I have a quasi-religious relationship to Chopin’s Ballades. If I stumble on one of them unexpectedly–on the radio, in a hotel lobby, or walking past a pianist’s practice room–I have to stop and sit down. Years ago, I communed with the Ballades to such a degree that now I almost fear them. Of all the Ballades, I was most affected by the Fourth. I’d read that Chopin wanted this piece to have a “sickly, creepy” feeling, which reminded me of an interview I’d read with Thom Yorke in which he’d said the goal of Radiohead’s “OK Computer” was to make the listener feel “emotionally nauseated.” In both cases these characterizations struck me as poignantly apt; there is a point at which introspection can feel vertiginous. I’m not sure I shared this artistic objective for this piece, but I kept thinking about it as I was writing it. Because of this, and in homage to the many technical and structural features of Chopin’s Ballades that inspired the writing of this piece, I decided to call it Ballade.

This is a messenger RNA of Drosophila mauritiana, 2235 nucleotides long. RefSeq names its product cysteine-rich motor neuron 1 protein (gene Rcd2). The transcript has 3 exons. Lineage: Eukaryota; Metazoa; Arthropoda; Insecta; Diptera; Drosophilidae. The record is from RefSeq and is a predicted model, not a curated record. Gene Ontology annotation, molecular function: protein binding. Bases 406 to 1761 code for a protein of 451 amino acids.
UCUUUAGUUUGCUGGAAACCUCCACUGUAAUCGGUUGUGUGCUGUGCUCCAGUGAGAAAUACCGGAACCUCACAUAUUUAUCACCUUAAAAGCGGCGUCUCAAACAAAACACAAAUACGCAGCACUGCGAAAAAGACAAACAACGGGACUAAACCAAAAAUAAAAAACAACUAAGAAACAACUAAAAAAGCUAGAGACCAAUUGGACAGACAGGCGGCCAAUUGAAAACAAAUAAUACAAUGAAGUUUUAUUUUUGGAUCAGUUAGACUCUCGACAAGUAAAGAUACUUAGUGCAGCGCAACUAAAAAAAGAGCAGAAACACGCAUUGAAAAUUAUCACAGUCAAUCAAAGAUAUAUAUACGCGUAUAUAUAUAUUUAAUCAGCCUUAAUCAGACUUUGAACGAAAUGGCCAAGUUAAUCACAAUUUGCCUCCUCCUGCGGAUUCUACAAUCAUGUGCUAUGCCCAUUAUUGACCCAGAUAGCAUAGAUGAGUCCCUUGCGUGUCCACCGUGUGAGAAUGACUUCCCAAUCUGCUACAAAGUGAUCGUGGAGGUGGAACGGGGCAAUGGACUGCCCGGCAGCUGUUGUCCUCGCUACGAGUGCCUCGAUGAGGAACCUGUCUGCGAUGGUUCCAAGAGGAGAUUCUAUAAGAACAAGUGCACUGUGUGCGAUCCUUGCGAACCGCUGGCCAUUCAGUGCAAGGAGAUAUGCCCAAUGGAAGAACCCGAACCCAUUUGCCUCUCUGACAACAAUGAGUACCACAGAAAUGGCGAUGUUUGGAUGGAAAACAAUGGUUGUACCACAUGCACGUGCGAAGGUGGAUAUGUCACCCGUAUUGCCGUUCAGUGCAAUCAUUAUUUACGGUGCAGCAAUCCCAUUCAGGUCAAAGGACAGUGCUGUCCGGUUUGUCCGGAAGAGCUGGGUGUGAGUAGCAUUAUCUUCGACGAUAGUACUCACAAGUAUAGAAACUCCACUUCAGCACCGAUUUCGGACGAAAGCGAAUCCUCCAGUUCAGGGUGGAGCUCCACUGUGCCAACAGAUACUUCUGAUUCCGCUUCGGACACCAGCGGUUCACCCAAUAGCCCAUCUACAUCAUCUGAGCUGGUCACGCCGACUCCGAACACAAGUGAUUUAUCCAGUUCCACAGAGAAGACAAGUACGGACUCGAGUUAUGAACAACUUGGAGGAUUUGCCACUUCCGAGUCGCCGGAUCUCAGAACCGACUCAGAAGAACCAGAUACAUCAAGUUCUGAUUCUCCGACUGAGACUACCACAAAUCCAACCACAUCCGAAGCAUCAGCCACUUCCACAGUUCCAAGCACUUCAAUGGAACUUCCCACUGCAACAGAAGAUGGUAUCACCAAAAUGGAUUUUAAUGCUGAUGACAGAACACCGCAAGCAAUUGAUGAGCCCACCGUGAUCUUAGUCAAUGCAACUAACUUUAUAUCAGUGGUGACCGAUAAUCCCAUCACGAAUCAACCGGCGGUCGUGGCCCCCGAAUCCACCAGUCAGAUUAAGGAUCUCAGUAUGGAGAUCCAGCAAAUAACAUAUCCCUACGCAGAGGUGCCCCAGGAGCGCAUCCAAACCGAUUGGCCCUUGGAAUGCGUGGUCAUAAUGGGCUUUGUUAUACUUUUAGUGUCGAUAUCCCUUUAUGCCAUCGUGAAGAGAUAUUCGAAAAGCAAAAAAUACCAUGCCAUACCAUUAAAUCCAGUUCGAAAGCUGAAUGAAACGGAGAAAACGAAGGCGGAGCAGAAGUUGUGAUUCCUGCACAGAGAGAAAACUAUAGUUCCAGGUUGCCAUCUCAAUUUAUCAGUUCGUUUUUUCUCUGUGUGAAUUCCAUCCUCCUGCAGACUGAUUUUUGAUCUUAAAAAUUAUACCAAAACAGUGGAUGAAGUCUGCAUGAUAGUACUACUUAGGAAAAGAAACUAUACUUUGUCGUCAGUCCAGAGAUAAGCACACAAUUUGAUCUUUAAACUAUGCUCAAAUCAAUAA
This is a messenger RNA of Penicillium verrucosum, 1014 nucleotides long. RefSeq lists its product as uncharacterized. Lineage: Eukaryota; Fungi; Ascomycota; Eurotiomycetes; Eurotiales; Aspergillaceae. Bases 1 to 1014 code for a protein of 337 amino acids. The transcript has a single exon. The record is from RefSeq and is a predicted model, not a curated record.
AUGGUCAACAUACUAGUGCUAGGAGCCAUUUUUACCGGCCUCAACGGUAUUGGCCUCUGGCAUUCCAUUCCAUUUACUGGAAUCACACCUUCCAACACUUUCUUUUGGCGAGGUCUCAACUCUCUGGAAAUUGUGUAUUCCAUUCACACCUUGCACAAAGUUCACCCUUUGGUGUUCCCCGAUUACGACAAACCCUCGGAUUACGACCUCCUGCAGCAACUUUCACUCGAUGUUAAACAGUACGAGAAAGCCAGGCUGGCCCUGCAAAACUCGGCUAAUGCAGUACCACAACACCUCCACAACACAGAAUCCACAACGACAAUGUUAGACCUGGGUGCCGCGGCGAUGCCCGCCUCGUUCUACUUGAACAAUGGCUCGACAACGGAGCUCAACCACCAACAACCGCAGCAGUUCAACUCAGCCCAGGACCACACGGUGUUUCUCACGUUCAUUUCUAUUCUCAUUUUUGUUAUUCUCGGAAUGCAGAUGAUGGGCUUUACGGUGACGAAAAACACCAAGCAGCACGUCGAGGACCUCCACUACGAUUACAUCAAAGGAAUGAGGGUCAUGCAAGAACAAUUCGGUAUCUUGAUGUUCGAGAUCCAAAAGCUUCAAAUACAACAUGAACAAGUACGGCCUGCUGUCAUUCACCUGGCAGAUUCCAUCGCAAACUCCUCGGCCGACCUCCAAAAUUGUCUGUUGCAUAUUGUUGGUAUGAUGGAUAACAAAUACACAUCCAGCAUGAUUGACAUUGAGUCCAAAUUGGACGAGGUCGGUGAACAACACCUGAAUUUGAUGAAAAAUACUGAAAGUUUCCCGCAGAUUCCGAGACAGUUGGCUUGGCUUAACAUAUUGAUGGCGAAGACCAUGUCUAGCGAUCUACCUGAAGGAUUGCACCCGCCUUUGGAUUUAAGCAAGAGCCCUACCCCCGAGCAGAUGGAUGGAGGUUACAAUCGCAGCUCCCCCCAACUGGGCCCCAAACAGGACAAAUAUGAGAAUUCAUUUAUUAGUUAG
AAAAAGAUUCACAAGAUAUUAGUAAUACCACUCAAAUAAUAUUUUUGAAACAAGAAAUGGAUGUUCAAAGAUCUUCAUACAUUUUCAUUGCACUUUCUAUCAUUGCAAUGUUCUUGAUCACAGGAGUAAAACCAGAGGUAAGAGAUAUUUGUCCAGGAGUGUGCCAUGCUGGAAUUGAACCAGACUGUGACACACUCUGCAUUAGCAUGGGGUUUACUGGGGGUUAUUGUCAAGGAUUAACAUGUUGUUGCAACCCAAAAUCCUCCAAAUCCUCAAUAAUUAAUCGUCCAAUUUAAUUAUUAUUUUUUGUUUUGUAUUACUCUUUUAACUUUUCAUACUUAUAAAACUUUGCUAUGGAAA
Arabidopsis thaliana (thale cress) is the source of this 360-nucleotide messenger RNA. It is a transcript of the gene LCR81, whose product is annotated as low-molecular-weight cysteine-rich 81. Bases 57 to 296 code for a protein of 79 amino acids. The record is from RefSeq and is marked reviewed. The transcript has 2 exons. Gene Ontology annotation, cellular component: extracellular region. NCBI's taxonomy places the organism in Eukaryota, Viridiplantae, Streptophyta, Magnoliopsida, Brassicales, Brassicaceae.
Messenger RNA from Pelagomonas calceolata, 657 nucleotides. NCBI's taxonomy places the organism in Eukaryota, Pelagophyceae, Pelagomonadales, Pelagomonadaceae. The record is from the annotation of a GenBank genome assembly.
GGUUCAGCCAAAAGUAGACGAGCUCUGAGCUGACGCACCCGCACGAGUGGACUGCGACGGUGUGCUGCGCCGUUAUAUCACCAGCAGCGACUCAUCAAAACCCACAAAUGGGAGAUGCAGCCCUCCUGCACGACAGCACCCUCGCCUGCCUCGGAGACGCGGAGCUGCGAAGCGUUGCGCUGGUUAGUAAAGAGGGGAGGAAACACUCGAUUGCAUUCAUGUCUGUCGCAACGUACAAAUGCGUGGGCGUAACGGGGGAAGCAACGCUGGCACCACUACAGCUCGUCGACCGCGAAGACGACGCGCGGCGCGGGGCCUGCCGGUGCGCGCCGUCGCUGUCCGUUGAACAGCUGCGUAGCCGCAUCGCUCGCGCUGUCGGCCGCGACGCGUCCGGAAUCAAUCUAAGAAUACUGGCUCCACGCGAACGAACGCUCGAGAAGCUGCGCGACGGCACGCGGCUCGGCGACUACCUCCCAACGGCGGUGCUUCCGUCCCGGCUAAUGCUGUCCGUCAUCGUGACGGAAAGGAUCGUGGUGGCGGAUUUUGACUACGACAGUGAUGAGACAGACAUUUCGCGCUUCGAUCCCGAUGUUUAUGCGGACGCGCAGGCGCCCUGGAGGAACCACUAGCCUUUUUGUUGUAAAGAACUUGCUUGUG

Ballade is dedicated to the wonderful pianist and composer Laurie Altman, my piano teacher in high school.
Snider’s Ballade was a composition inspired by the 4th Chopin Ballade often employing polyrhythms (such as Chopin used in the last set of three etudes) and romantic musical devices while maintaining a contemporary harmonic palette...The form was interesting and compelling throughout."